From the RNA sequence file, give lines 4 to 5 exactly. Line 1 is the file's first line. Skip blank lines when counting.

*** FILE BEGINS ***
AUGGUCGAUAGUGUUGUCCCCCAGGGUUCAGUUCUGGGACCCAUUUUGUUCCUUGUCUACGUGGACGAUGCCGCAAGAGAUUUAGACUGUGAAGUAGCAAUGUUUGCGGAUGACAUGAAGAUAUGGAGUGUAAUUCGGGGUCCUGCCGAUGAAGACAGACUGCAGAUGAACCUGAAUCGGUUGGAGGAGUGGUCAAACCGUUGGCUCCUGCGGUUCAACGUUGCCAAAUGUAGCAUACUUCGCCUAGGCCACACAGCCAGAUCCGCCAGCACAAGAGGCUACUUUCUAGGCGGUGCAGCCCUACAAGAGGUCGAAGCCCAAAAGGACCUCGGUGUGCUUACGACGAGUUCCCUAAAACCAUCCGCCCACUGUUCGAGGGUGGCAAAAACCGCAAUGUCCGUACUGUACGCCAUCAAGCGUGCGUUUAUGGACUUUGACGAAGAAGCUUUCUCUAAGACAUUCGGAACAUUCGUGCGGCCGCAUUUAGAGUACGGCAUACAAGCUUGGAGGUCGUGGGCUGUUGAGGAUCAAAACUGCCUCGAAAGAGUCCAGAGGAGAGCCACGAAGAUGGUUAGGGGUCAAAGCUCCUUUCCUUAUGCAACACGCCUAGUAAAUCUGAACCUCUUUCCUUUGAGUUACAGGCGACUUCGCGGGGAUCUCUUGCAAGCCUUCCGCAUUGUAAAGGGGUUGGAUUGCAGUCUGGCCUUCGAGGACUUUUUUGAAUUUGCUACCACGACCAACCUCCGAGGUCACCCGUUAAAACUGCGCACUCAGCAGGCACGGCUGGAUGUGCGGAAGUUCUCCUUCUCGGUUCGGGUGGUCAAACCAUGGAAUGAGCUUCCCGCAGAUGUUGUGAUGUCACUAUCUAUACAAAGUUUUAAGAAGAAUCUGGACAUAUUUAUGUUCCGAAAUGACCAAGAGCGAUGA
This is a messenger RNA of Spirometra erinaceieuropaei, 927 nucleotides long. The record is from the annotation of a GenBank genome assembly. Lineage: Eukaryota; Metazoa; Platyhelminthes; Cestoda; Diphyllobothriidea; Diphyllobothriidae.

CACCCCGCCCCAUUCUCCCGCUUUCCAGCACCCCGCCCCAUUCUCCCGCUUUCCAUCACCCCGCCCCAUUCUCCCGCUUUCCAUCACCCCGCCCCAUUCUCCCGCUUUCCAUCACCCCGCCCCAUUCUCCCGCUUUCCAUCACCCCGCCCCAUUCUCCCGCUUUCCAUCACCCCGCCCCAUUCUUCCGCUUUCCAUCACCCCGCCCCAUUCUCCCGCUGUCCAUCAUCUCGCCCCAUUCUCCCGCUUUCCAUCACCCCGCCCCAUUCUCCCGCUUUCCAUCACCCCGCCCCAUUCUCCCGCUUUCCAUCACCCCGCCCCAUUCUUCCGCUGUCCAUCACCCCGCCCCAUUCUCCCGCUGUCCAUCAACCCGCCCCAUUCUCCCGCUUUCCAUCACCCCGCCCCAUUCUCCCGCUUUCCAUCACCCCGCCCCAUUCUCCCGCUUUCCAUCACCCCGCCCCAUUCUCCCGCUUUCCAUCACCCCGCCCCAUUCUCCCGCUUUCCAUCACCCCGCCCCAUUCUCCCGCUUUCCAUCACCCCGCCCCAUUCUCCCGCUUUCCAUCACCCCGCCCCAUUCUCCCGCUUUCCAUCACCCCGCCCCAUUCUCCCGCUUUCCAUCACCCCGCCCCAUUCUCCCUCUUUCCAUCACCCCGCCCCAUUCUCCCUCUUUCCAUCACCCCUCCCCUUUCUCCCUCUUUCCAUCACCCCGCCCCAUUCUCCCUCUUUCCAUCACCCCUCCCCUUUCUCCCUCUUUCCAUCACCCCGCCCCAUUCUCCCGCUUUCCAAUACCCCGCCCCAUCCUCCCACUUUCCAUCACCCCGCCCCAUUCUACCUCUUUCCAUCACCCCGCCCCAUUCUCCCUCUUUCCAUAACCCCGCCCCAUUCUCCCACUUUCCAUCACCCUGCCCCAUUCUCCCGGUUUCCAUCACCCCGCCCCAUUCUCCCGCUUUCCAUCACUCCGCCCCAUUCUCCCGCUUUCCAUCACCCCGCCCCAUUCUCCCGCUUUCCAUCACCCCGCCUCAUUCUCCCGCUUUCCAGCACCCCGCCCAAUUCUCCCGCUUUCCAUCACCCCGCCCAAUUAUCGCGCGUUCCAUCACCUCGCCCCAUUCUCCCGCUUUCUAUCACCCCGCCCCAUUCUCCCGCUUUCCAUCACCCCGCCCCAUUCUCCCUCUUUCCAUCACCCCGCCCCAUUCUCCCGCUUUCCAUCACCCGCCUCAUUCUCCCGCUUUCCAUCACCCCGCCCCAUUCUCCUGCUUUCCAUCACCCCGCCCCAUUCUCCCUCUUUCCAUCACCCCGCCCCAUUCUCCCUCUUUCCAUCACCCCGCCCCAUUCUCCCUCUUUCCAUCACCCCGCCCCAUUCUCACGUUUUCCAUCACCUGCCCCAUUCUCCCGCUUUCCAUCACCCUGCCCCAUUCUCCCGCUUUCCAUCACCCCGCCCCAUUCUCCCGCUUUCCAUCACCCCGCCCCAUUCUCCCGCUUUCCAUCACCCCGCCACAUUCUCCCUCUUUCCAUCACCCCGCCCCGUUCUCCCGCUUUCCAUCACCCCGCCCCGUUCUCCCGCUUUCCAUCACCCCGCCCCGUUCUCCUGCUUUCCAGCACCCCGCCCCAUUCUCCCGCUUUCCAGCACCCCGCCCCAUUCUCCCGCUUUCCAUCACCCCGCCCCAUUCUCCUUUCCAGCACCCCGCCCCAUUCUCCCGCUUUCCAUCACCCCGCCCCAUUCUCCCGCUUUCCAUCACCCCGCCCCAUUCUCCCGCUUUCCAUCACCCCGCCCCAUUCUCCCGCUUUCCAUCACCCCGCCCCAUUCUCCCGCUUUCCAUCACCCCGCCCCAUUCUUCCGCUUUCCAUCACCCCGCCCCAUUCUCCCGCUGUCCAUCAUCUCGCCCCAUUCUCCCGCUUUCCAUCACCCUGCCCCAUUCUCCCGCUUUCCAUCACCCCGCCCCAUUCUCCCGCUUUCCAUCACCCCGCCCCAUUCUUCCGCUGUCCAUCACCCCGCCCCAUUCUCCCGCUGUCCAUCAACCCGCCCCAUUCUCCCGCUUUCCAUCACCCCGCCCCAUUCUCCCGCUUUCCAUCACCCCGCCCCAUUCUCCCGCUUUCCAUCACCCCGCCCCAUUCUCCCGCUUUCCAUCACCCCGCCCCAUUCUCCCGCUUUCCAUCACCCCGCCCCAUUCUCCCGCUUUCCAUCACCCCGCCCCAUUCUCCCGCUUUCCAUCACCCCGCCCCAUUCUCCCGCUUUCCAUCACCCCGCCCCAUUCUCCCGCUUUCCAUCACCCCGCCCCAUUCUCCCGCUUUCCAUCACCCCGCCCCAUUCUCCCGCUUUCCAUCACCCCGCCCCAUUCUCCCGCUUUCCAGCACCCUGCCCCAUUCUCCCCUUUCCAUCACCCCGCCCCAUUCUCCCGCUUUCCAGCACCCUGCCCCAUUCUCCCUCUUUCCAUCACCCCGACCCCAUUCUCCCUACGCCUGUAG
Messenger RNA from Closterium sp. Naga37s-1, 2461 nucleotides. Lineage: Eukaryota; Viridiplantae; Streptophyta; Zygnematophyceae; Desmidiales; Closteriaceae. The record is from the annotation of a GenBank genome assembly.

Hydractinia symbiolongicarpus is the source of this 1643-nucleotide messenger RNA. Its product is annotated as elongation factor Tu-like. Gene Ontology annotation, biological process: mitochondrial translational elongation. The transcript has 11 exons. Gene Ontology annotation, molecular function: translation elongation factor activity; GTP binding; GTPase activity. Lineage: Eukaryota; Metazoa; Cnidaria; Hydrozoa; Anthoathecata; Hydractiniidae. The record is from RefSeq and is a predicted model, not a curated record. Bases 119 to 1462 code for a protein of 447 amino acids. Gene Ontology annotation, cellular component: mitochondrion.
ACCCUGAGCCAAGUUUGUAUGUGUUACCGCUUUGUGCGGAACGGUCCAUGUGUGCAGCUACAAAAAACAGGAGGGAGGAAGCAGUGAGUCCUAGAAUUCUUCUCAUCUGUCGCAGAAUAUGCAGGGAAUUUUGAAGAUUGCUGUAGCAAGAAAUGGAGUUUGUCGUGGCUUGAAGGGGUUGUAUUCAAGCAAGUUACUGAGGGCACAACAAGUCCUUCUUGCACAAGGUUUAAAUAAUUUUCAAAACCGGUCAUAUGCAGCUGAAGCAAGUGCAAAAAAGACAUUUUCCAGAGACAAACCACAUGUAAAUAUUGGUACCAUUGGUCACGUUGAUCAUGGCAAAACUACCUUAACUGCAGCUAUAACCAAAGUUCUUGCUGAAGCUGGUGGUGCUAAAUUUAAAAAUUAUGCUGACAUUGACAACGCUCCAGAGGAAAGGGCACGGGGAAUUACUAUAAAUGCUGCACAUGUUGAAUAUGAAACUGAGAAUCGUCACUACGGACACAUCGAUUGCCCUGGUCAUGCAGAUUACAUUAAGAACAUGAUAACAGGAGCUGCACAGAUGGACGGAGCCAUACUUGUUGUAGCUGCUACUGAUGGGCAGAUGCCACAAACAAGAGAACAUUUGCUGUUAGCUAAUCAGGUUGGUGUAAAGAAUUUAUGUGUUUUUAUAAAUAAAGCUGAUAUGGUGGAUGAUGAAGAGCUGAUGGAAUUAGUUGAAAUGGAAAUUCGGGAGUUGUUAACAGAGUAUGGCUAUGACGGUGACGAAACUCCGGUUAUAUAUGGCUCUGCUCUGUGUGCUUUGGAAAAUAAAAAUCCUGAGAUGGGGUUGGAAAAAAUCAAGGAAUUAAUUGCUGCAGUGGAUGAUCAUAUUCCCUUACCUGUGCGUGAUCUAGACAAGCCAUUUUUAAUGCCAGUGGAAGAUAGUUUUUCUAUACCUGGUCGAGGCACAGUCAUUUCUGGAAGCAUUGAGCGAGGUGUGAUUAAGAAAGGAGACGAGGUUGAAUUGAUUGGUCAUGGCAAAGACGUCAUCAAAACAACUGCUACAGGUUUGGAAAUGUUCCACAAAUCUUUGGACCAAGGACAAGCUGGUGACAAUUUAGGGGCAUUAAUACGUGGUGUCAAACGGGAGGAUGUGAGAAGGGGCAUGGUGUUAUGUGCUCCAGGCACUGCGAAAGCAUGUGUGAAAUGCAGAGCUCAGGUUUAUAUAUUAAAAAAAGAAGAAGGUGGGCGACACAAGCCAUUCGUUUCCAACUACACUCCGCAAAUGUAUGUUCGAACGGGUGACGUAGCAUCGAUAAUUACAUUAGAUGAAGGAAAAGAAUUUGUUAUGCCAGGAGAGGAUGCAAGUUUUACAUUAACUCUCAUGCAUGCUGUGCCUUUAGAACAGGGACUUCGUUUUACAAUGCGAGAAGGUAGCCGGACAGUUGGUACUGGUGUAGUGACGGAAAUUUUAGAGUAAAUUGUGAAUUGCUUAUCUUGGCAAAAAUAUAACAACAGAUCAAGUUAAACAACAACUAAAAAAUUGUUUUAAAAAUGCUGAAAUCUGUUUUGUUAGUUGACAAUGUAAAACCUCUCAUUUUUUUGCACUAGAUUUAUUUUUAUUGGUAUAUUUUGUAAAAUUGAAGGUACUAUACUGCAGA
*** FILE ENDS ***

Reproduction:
Messenger RNA from Closterium sp. Naga37s-1, 2461 nucleotides. Lineage: Eukaryota; Viridiplantae; Streptophyta; Zygnematophyceae; Desmidiales; Closteriaceae. The record is from the annotation of a GenBank genome assembly.

Hydractinia symbiolongicarpus is the source of this 1643-nucleotide messenger RNA. Its product is annotated as elongation factor Tu-like. Gene Ontology annotation, biological process: mitochondrial translational elongation. The transcript has 11 exons. Gene Ontology annotation, molecular function: translation elongation factor activity; GTP binding; GTPase activity. Lineage: Eukaryota; Metazoa; Cnidaria; Hydrozoa; Anthoathecata; Hydractiniidae. The record is from RefSeq and is a predicted model, not a curated record. Bases 119 to 1462 code for a protein of 447 amino acids. Gene Ontology annotation, cellular component: mitochondrion.